The relative length of central arm poriton 34, as can be seen in FIG. 3, is preferably twice the length of the inlet arm portion 30 or outlet arm poriton 38 of either the first 40 or second loop 42. This design minimizes the size of the flow meter and reduces the spring constant of the flow meter conduit as compared to known designs. It should be noted that each of these portions may be varied in length considering the properties of the fluid within the flow meter conduit 10. The diameter of the tubing of the conduit and its construction material will also vary depending on the temperature, pressure and fluid in the stream. The first loop 40 and the second loop 42 are substantially identical such that the flow meter is symmetrically about the X-axis 12 and the crossing point of this axis. Additionally, in this first embodiment (FIGS. 1-3) the conduit 10 from the inlet 18 to the outlet 20 is substantially formed within a single plane which is defined by the Y-axis 14 and the Z-axis 16.
Since the flow of the pre-existing defined fluid stream is substantially along the X-axis 12 the flow into and out of the flow meter conduit 10 must be deflected away from the X-axis 12 to connect with the inlet 18 or outlet 20 which are positioned along the Z-axis 16. This deflection of the flow is performed by connecting portions 22 and 24 which are positioned on respectively opposites sides of the X-axis 12 for connection to the inlet 18 and the outlet 20. These connecting portions 22, 24 direct the fluid flow into the first loop 40 which directs it in substantially a circular fashion through the X-axis 12 and returns it from the second loop 42 to the outlet 20, returning then to the defined fluid stream.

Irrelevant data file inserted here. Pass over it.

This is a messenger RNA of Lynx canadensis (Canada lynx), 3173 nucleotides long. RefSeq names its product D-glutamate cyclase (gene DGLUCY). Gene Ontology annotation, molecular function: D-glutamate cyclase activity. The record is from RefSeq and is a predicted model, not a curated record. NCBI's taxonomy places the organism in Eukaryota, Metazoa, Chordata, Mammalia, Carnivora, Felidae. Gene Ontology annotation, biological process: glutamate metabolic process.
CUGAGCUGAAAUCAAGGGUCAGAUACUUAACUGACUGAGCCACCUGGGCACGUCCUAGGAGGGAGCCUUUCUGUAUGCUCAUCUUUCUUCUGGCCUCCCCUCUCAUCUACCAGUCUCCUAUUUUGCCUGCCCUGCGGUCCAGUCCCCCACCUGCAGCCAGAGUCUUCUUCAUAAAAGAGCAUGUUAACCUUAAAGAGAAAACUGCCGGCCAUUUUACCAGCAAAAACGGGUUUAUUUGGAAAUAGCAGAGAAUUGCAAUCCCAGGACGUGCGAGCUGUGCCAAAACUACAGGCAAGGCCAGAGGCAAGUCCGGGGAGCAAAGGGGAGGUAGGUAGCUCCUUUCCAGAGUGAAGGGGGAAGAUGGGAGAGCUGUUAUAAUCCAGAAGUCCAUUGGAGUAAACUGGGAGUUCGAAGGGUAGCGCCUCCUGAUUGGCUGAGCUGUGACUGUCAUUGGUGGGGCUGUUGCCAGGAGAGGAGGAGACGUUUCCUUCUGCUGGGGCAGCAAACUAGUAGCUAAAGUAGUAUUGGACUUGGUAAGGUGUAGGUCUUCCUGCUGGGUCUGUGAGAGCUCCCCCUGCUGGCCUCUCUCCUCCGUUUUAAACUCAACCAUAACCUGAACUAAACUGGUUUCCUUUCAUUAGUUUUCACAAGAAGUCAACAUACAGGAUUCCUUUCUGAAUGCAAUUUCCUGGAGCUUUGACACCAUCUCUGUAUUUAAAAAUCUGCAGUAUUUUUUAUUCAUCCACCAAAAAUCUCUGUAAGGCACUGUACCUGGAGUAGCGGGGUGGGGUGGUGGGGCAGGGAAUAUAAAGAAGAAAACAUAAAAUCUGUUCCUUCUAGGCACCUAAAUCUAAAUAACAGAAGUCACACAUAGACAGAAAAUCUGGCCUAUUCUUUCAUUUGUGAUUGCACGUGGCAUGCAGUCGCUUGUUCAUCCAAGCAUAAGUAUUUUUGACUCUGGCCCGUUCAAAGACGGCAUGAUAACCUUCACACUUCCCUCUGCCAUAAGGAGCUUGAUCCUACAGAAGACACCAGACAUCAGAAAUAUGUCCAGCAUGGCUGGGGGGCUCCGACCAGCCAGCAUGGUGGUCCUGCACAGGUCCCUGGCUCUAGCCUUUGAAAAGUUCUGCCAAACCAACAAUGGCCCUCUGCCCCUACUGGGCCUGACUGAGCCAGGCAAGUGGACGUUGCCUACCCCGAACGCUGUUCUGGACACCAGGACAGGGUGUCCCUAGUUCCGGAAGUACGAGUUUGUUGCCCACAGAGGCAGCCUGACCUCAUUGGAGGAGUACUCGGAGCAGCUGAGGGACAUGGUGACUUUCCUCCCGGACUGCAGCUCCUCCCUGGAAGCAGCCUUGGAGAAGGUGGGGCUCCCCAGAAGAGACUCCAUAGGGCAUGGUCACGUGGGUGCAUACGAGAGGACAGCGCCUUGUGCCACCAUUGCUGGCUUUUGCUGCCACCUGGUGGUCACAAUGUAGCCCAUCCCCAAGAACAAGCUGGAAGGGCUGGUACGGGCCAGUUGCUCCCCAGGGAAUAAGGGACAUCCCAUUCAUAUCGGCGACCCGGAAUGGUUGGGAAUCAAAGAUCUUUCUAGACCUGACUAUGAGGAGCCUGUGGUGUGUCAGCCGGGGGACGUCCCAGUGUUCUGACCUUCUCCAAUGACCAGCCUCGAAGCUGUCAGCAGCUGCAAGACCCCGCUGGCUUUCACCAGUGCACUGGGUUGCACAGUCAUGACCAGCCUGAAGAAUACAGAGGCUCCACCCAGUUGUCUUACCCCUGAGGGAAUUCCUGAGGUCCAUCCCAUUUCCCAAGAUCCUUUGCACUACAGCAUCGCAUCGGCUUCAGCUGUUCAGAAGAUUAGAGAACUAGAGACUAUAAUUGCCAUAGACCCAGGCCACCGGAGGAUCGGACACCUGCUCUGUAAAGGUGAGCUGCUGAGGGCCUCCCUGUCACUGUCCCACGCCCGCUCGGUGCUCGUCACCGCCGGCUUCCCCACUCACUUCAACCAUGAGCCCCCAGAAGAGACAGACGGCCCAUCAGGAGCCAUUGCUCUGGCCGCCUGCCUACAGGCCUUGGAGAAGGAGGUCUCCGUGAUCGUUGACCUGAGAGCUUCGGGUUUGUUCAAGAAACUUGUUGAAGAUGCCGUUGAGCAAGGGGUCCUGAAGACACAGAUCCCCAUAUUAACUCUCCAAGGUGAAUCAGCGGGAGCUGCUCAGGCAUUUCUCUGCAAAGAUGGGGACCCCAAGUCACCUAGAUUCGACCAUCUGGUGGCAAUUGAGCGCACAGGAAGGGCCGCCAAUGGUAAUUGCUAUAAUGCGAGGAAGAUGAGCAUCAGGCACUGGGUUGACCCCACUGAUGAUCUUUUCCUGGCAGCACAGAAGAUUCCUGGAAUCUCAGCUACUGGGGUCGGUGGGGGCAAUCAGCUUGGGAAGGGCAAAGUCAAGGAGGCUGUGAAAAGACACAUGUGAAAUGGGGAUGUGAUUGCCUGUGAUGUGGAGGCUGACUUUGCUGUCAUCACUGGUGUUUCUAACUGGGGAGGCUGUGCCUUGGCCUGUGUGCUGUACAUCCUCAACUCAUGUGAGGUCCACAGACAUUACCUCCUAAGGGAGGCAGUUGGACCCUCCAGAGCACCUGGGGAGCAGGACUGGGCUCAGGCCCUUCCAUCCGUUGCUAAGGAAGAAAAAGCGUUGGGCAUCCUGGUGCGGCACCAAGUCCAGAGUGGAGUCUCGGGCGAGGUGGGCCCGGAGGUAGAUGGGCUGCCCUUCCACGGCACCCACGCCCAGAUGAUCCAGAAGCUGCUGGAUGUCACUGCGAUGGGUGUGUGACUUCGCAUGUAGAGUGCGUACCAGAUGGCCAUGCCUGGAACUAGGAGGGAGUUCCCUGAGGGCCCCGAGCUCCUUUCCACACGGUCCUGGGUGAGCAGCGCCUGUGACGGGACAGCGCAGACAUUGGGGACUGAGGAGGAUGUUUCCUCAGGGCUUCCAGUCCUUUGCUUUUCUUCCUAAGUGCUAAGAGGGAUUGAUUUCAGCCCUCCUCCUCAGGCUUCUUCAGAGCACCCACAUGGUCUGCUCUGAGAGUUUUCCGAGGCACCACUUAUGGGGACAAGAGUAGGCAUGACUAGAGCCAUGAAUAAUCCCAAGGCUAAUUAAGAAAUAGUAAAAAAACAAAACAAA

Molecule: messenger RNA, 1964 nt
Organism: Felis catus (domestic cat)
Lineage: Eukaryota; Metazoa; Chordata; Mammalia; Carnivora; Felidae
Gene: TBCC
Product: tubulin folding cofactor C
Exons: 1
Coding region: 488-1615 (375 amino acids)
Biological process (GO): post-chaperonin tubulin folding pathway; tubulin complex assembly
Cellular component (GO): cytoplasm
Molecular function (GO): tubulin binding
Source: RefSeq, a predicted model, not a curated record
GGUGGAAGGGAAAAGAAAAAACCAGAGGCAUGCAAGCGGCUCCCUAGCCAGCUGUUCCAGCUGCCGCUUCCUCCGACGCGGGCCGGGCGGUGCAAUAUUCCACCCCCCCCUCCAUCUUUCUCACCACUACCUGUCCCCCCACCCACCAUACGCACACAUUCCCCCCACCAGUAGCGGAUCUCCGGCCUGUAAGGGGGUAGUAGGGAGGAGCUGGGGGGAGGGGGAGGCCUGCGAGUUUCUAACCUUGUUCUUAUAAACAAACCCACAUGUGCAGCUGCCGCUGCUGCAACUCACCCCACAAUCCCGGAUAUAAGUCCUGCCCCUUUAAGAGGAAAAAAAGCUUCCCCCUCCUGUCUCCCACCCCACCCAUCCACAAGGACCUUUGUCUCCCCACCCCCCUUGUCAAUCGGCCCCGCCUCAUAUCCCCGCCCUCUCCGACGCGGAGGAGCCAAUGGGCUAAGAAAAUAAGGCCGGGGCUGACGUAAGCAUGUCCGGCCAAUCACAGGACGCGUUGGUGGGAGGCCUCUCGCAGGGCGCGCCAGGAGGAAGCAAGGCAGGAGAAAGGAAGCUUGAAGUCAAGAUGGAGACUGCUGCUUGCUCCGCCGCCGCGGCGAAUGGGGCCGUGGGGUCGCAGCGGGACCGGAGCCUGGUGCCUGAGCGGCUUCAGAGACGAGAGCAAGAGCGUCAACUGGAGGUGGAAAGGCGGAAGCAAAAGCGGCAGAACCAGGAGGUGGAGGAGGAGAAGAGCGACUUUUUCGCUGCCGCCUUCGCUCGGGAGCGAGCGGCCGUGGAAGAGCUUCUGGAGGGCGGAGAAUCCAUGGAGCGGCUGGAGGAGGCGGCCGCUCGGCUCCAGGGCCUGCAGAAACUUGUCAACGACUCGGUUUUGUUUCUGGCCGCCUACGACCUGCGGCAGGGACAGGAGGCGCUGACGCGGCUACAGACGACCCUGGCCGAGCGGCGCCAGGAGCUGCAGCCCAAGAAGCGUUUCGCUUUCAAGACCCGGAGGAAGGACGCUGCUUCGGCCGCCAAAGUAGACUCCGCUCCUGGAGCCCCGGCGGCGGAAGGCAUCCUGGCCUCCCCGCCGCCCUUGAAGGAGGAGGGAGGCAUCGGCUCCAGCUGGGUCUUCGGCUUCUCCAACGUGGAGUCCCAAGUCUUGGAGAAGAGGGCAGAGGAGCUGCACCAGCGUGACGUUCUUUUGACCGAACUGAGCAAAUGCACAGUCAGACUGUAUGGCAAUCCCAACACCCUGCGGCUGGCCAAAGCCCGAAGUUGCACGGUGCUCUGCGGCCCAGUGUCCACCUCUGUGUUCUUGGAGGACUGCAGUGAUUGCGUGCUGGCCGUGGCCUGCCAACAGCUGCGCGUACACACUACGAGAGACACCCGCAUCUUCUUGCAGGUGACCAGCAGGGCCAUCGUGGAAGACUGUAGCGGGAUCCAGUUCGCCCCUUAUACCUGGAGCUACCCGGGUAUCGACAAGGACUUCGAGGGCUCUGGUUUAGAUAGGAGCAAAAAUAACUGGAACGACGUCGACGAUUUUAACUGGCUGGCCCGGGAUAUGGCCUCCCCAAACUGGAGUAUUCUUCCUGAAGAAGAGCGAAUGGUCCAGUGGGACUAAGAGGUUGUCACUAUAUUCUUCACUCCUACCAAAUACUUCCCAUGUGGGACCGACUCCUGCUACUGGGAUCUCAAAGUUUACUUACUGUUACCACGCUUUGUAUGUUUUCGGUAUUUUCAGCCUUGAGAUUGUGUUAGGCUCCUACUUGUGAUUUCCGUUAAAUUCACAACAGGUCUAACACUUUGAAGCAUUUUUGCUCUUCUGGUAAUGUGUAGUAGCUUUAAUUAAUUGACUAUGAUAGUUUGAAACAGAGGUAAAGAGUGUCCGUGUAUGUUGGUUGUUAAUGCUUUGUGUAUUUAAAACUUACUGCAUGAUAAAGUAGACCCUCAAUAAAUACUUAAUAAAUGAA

The preferred embodiment of the driver 48 is a mechanical feedback multivibrator which operates at the resonant frequency of the mass being driven. The driver generally comprises a bar magnet which is attached to the flow meter conduit 10 (in FIGS. 1-3). The driver 48 in all embodiments shown deflects the flow meter conduti substantially along the X-axis 12. An opposing current coil is positioned on either side of the conduit 10 for alternately attracting and repelling the bar magnet to cause the desired vibratory motion of the conduit 10 at the mid-point or X-axis 12 crossing. In typical circuitry for the driver, a MOSFET bridge drives the coil which in turn drives the magnets and the conduit 10. Conventional coil accelerometer feedback or a combination of piezo/coil or a piezo/crystal may be used to eliminate some of the electomagnetic common mode noise created by the driver 48 which may effect the sensor and the flow rate determination.
Shown in FIG. 4a and 4b is a mechanical section of the preferred embodiment of the sensor 56. This type sensor 56 is generally known as an accelerometer and consists of a ceramic piece 58 having a film or surface mounted center positioned mass 60. This sensor 56 can be attached directly to the conduit tube 10 onto each of the loops or may be positioned by means of a mechanical clip (not shown). Thin, typically, capton encapsulated wires are hung from the flow meter tube 10 and are attached to the electronics box (not shown) of the flow meter to provide the electrical signals from the sensor 56.